Friday, Aug 1, 2014 10:26 pm est

Actors impress in tragic love story ‘In Secret’

Posted on February 19, 2014 | by Laura Wolford

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A love story does not usually involve the plotting of a main character’s death so other characters can live happily together. However, Charlie Stratton’s “In Secret” does, but despite these elements, the film manages to retain the sense of an epic love saga through striking performances, delicate plot twists and an extremely captivating story.

“Secret,” in theaters Feb. 21, is based on Emile Zola’s 1867 novel “Thérèse Raquin.” The movie tells the story of the young, sexually-repressed Thérèse (Elizabeth Olsen). Her overbearing aunt Madame Raquin (Jessica Lange) has arranged for her to marry her sickly cousin Camille (Tom Felton).

When the family moves to Paris, Thérèse’s life remains dull until she meets Laurent (Oscar Isaac), a childhood friend of Camille’s. Laurent and Thérèse soon discover a sexual tension between them that cannot be suppressed. The lovers do everything in their power to be together, even when it means bringing harm to their loved ones.

This story is brought to life by the magnetic presence of the actors. Indie queen Olsen shines as Thérèse, communicating a persistent yet restrained lust for life and love. While Felton’s sniveling man-child is easy to dislike, the actor compels the audience to pity his character’s inability to express real passion.

However, Laurent has no problem showing passion. Isaac grounds his performance of this devil-may-care role in the shadow of a love that the members of the audience can feel themselves. Lange’s presence is felt throughout the film. Her incredible talent showcases itself in her ability to command the screen, even when her character remains silent.

The film is carried along by the surprisingly intoxicating love between Laurent and Thérèse, but even more shocking is the pity the audience feels for Camille. Rather than supporting the star-crossed lovers, viewers watching “Secret” hesitate to accept Thérèse’s relationship with Laurent.

This uncertainty is displayed in the portrayal of Thérèse. Camille does his best to woo Thérèse, but he does not court his fiancee in the sensual way she desires. Thérèse craves passion in her life and decides that only a relationship with the brooding Laurent can satisfy that craving.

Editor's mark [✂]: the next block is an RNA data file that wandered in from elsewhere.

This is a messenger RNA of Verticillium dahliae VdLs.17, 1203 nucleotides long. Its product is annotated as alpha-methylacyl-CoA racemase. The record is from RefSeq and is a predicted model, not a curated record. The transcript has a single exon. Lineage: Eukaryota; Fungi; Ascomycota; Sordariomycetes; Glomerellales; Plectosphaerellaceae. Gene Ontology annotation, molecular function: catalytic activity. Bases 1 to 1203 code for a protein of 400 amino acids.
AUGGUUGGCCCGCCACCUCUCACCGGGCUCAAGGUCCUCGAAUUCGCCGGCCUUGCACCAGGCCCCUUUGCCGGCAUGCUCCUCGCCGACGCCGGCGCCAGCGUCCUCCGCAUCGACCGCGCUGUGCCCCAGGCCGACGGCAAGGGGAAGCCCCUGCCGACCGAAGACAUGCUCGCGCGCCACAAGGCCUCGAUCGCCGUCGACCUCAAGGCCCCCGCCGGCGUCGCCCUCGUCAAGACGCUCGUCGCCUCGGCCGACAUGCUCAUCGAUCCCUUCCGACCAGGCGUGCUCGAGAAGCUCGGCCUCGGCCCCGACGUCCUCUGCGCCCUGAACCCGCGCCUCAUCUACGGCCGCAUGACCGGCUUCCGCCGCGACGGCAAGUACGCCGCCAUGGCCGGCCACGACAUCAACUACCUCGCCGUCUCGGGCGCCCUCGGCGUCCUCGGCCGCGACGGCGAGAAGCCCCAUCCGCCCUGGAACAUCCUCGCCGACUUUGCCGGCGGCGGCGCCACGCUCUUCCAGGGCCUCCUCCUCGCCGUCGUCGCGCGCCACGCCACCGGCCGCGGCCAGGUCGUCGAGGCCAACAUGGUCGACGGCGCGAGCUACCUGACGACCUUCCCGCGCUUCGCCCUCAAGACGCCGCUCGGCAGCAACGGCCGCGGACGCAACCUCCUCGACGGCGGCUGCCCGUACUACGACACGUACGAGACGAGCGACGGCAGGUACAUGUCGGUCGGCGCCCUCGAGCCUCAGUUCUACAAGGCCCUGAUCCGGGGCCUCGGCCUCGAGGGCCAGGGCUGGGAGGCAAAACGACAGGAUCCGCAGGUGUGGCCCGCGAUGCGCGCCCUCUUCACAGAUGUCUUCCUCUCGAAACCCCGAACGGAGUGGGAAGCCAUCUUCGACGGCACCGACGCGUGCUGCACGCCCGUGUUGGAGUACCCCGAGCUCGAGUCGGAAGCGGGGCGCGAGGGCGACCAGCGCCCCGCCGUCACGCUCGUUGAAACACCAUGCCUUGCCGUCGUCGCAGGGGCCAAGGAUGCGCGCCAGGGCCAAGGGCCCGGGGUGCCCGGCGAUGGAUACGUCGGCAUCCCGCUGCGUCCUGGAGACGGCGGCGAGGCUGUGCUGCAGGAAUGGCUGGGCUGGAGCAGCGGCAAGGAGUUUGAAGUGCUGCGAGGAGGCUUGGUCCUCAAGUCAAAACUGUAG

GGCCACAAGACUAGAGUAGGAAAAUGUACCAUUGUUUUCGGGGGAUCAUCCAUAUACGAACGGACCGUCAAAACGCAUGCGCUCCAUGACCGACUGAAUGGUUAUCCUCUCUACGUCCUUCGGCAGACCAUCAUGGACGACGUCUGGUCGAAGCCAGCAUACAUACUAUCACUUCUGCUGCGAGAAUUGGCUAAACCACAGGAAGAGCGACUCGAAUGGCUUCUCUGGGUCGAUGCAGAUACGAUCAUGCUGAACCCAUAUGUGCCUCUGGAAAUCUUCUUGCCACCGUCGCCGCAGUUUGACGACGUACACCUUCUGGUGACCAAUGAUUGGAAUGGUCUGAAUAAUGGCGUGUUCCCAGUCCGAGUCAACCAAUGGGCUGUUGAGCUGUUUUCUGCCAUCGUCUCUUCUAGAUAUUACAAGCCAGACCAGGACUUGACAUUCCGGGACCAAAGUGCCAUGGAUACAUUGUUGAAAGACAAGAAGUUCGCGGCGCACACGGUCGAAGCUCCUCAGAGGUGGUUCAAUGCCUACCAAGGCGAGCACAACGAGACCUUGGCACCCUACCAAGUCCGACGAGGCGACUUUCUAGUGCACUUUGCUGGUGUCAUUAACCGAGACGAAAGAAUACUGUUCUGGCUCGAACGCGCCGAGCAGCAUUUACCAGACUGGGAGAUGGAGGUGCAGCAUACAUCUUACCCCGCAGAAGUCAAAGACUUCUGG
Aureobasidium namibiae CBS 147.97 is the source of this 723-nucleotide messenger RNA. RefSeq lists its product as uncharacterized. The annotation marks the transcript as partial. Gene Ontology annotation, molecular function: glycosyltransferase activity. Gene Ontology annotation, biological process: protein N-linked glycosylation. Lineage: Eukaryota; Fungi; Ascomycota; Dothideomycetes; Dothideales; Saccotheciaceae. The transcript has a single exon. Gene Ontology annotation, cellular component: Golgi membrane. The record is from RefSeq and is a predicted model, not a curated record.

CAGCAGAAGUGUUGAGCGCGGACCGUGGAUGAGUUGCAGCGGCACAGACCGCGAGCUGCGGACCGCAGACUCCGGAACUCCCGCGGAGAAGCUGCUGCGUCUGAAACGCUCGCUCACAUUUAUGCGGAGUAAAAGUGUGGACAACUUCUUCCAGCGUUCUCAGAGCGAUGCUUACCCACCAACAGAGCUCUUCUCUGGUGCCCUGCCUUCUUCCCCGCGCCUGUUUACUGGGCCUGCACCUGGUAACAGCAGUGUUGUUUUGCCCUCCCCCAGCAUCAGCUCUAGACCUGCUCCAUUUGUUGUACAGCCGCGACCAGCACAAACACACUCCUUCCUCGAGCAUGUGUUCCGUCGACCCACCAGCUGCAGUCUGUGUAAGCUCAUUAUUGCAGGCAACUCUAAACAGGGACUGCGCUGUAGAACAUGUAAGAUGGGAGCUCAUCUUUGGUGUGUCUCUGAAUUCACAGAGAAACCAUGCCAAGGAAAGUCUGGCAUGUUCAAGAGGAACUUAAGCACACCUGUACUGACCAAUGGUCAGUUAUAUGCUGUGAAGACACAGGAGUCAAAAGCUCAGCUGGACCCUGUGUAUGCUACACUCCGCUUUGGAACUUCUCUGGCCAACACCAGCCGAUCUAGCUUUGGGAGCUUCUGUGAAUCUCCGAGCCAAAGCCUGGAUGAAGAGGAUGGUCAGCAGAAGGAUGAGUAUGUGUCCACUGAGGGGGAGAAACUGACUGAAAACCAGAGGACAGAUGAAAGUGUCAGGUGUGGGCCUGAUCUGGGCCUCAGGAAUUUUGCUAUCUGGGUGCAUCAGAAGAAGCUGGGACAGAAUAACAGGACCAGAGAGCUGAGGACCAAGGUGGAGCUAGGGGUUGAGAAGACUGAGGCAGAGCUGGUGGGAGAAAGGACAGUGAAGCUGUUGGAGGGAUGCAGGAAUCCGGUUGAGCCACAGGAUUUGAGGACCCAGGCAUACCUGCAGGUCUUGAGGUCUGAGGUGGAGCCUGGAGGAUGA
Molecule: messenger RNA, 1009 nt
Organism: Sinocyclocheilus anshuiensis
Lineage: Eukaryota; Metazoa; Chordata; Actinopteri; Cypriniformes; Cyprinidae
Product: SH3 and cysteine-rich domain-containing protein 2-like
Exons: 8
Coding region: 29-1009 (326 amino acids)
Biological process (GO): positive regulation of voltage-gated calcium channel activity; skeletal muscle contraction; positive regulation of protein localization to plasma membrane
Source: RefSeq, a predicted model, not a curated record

Laurent and Thérèse’s relationship grounds the film in a believable reality as the couple discovers the sensual desires of forbidden romance. Olsen and Isaac execute these trysts with the excitement of a first love as they foreshadow their characters’ future adventures together.

With all of its tense romantic politics, “In Secret” does not have a happy ending. The audience will not leave convinced of the beauty in risking everything for love. Yet the resolution still feels justified, signifying that a narrative does not need a cliche ending to make viewers feel a sense of wholeness.

A version of this article appeared in the Feb. 19 print edition. Laura Wolford is a staff writer. Email her at


  • John Francis Fox

    I want to thank Laura Wolford for her insightful review of “In Secret.” You might like to know about two other adaptations of “Therese Raquin.” There was a British miniseries starring Kate Nelligan and co-starring Mona Washbourne as Camille’s mother. There was also a French version called “The Adulteress” which was reset in post World War II France, and starred Simone Signoret as Therese.

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Multimedia Editor | Felipe De La Hoz is a Colombian national studying journalism at the College of Arts and Sciences. Having been born in Colombia and raised in the United States, Mexico and Brazil, Felipe is a trilingual travel aficionado and enjoys working in varied and difficult environments. Apart from his photography, Felipe enjoys investigative reporting and interviews, interviewing the likes of Colombian ex-M-19 guerrilla fighters and controversial politician Jimmy McMillan. He has covered everything from governmental conferences to full-blown riots, as well as portraiture shoots and dining photography. Having worked under Brazilian photojournalists for Reuters and AFP, Felipe hopes to one day work on demanding journalistic projects and contribute to the global news cycle.

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News Editor | Ann is a liberal studies sophomore who lived in Florence during her freshman year. She plans on double-majoring in journalism and political science and is always busy. She is constantly making lists and she loves to laugh.


Daniel Yeom

Daniel started at the Features desk of WSN last Spring, writing restaurant reviews whilst indulging on free food and consequently getting fat. Last Fall, he was the dining editor, and he this semester he is senior editor. Daniel is in Gallatin (living the dream) studying Food & Travel Narratives, incorporating aspects of Food Studies, Journalism, and Media, Culture, and Communication. He loves food more than life itself.

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Deputy Multimedia Editor | Hannah Luu is a ridiculously great Deputy Multimedia Editor. She is a sophomore from Northern California. If you think Northern California means San Francisco you might need to closely examine a map. She is passionate about NPR and being half Asian.

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